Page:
Southern (NYSE:SO), the only U.S. utility developing both a nuclear plant and an advanced coal gasification power plant, said July 31 that costs continue to rise for the Kemper County IGCC in Mississippi.
Southern said that it is increasing its cost estimate for the Kemper Country integrated gasification combined-cycle project by $450m. That brings the estimated cost of the project to roughly $3.87bn. That figure is net of a $245m grant awarded to the project by the U.S. Department of Energy under the Clean Coal Power Initiative Round 2.
Southern initially made the figure public in a July 30 8-K filing with the Securities & Exchange Commission (SEC). “The revised cost estimate reflects additional cost pressures, including labor costs, piping and other material costs, engineering and support costs, start-up costs, and decreases in construction labor productivity,” according to the 8-K.
But the company stressed that it is not seeking an increase beyond the roughly $2.88bn cost cap.
Southern Chairman, President and CEO Thomas Fanning said the long-term economics of the Kemper County project still look good.
On the other hand, the cost increase is being eaten largely by Southern shareholders, and not Mississippi Power ratepayers, Fanning said.
“Is it attractive to Southern ratepayers [right now]? No,” Fanning said. “We are taking a hit right now and nobody is happy about that.”
Long-term, however, Kemper will be an efficient plant with carbon-capture ability and a CO2 profile akin to that of a natural gas power plant, Fanning said.
“Despite recent cost challenges, we are making great progress in the construction of the Kemper County energy facility,” Fanning said. “The company’s investment in this innovative technology will help provide decades of clean, safe, reliable and affordable electricity to Mississippi Power customers.”
The Kemper County IGCC May 2014 startup date is still attainable, Fanning said. Subsidiary Mississippi Power will achieve “first-fire” at the plant by the end of this year. If the Southern utility misses the startup date it could run the risk of losing some of its government incentives.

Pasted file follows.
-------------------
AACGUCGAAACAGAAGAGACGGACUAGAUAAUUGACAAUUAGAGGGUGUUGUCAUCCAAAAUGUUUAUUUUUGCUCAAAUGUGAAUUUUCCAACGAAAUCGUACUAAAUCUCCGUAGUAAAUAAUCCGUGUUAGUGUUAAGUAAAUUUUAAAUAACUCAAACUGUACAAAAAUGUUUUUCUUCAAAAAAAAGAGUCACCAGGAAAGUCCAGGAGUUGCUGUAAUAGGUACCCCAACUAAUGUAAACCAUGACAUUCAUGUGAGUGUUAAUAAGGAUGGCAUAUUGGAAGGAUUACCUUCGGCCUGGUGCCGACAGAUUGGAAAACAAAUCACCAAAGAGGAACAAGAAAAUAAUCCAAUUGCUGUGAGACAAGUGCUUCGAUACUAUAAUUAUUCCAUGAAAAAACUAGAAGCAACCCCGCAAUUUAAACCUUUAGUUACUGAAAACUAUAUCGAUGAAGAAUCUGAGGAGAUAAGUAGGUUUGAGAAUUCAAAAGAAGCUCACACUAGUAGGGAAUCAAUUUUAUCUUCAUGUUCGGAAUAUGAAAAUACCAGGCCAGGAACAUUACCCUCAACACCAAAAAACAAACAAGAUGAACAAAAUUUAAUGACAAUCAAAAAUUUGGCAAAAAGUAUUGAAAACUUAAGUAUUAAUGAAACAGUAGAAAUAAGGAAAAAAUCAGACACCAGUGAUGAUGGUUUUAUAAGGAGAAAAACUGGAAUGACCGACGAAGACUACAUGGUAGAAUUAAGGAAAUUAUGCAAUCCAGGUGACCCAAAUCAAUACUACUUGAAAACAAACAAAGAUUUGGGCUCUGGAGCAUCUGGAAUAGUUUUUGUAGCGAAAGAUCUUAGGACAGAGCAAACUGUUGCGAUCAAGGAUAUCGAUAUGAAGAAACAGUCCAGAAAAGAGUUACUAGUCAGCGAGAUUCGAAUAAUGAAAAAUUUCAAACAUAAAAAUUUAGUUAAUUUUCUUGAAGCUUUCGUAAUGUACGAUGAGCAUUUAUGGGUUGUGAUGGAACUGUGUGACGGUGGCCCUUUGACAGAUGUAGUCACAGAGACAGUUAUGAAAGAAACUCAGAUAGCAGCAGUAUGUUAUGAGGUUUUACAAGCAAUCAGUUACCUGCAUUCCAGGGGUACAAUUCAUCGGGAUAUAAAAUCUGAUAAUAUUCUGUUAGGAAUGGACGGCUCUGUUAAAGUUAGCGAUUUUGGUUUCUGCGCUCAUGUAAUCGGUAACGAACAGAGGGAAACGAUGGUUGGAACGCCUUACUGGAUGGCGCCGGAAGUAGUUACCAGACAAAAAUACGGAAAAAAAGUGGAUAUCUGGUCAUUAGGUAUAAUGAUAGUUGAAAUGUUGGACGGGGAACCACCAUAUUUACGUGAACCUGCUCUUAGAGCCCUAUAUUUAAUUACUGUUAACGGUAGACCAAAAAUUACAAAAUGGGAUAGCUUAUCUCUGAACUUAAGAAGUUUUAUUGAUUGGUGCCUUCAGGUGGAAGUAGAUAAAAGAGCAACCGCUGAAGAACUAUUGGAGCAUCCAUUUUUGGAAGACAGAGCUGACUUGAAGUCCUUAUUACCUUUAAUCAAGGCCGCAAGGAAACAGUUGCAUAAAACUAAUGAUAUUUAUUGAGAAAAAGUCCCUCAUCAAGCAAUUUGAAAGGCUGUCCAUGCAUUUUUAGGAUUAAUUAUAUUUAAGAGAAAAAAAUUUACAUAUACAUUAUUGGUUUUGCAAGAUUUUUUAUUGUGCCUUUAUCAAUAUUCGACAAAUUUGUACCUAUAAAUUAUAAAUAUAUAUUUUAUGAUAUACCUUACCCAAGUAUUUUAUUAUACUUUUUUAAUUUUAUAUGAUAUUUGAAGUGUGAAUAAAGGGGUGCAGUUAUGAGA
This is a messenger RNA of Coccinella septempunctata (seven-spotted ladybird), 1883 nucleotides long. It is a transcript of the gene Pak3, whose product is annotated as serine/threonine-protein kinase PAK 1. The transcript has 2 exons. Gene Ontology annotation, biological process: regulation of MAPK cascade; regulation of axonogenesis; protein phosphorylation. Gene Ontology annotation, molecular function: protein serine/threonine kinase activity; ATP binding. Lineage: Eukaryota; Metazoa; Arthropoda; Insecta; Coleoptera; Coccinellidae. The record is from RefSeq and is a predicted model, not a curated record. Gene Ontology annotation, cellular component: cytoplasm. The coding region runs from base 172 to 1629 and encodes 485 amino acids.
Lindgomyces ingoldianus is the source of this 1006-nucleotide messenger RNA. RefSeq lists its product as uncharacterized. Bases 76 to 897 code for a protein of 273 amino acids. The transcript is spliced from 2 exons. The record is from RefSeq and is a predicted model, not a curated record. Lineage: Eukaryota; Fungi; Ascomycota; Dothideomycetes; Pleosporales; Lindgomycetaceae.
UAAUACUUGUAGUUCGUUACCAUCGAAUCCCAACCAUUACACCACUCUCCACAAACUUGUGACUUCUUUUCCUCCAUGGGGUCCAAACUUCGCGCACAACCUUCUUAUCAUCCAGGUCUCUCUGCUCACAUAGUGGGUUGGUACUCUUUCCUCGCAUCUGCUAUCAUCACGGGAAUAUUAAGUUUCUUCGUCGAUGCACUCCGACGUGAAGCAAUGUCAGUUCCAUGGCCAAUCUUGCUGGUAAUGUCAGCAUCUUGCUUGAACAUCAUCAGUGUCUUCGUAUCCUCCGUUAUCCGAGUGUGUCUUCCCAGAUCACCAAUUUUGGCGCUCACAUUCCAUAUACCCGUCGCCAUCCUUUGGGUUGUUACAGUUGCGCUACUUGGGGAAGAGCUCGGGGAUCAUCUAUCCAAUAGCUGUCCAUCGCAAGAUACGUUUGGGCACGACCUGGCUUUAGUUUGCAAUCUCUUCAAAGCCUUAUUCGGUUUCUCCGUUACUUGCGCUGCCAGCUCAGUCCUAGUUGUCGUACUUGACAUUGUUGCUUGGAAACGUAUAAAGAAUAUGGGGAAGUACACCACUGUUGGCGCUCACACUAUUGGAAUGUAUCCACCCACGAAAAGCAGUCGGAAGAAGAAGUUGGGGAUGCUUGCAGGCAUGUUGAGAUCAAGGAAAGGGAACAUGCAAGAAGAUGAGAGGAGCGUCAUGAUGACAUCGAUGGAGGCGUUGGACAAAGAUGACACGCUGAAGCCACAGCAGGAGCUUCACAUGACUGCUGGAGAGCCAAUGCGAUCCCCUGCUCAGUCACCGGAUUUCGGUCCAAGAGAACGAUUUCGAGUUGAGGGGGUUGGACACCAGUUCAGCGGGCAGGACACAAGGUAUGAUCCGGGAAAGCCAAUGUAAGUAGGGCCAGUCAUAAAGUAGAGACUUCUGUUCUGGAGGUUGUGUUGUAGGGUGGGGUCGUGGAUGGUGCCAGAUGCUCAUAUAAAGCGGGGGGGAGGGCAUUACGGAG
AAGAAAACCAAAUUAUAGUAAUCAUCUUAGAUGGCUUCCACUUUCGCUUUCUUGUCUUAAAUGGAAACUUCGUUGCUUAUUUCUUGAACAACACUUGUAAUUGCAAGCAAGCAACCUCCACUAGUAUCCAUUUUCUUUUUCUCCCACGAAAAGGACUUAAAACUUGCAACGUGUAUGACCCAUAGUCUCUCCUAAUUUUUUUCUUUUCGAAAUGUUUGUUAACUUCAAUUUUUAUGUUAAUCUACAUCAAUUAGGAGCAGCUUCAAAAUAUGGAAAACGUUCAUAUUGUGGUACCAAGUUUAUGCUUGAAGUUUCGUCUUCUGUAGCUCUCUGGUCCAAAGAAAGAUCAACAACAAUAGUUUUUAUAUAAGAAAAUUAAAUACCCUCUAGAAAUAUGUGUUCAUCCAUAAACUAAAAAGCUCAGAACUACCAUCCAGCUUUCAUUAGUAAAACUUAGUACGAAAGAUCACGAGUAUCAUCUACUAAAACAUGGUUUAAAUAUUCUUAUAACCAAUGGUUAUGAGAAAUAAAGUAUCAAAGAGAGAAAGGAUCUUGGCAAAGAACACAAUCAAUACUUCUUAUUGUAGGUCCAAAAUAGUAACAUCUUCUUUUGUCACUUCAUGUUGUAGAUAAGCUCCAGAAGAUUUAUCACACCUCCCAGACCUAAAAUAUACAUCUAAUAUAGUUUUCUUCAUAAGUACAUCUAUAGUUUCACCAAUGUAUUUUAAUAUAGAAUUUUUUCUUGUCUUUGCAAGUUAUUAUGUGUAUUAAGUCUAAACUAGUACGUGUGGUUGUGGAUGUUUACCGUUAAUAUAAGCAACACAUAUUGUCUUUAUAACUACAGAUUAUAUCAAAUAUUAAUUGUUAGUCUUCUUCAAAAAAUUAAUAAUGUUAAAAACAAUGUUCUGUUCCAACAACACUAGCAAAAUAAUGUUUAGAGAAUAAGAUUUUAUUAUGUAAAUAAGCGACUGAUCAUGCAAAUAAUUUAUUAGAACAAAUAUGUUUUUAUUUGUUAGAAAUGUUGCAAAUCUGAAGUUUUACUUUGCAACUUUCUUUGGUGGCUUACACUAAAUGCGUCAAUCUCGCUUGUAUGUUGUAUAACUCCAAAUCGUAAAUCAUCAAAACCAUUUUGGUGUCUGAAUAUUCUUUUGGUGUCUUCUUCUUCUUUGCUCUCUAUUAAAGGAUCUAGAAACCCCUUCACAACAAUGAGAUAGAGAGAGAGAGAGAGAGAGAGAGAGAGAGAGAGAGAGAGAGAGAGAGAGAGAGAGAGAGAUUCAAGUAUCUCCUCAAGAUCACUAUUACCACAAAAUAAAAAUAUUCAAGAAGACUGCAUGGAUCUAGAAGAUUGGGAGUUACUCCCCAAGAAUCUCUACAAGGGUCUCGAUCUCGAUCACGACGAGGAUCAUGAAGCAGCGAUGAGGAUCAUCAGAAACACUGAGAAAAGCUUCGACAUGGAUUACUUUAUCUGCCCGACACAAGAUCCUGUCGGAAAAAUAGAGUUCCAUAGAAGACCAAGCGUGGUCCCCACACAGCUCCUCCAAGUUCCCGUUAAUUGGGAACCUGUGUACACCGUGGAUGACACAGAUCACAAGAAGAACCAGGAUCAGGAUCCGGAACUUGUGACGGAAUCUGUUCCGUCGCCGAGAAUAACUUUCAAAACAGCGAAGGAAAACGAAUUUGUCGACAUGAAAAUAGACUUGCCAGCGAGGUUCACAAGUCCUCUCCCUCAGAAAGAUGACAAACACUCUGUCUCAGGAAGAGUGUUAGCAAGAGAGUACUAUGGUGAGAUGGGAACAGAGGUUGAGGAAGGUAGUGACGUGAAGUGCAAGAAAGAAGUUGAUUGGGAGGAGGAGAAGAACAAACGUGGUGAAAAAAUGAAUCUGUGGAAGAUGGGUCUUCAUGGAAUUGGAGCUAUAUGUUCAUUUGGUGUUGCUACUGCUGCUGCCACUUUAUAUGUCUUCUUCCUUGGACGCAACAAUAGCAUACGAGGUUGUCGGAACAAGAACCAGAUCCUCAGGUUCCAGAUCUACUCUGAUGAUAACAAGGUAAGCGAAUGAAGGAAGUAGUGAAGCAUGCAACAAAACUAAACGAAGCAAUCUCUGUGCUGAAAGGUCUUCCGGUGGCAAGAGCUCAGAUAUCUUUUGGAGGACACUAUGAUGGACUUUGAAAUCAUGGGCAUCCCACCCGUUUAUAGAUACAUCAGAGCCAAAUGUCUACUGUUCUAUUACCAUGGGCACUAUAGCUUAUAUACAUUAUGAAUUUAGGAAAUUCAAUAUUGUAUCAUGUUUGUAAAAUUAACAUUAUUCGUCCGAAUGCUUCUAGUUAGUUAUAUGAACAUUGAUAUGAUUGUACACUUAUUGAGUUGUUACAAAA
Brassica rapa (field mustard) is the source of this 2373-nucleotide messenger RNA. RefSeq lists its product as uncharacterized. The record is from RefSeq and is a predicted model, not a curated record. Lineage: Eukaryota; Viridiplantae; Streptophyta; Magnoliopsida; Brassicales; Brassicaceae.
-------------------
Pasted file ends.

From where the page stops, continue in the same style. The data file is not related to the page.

The Mississippi Public Service Commission will hold a hearing on the Kemper County project Oct. 1. Fanning added that the neighboring lignite coal mine that will supply the plant has entered service.
New Vogtle reactors more than 50% complete
Things are going better on the new nuclear plant front. Construction is more than 50% complete on Vogtle 3 and 4 nuclear units in Georgia, Fanning said.
Southern reported 2Q13 earnings of $297m, or 34 cents per share, compared with earnings of $623m, or 71 cents per share, in 2Q12.
For the six months ended June 30, 2013, earnings were $378m, or 43 cents per share, compared with $991m, or $1.14 per share, for the same period in 2012.
Kilowatt-hour sales to retail customers in Southern’s four-state service area decreased 2.9% in 2Q13 compared with 2Q12. Residential and commercial energy sales decreased 5.3% and 4.2%, respectively, while industrial energy sales increased 0.6%.
CFO Art Beattie said weather was milder than normal during the quarter. Also some Southern service areas saw a heavy rainy season, one of the wettest in the past 50 years, which helped hydroelectric generation.
“It’s raining right now,” Fanning said.
Meanwhile, at a time when President Obama is seeking to slash CO2 emissions from the power fleet, Southern continues to revise its generation mix, Fanning said.
During the first six months of the year, Southern got 43% of its power from natural gas and oil and 36% from coal. Nuclear generation is at 16% and hydro and other resources account for 5%. Southern has traditionally been one of the nation’s largest coal burners but is now becoming one of its largest gas purchasers, Fanning said.
Regulatory reviews are ongoing for Southern utility subsidiaries in Alabama, Georgia, Florida and Mississippi, Fanning said.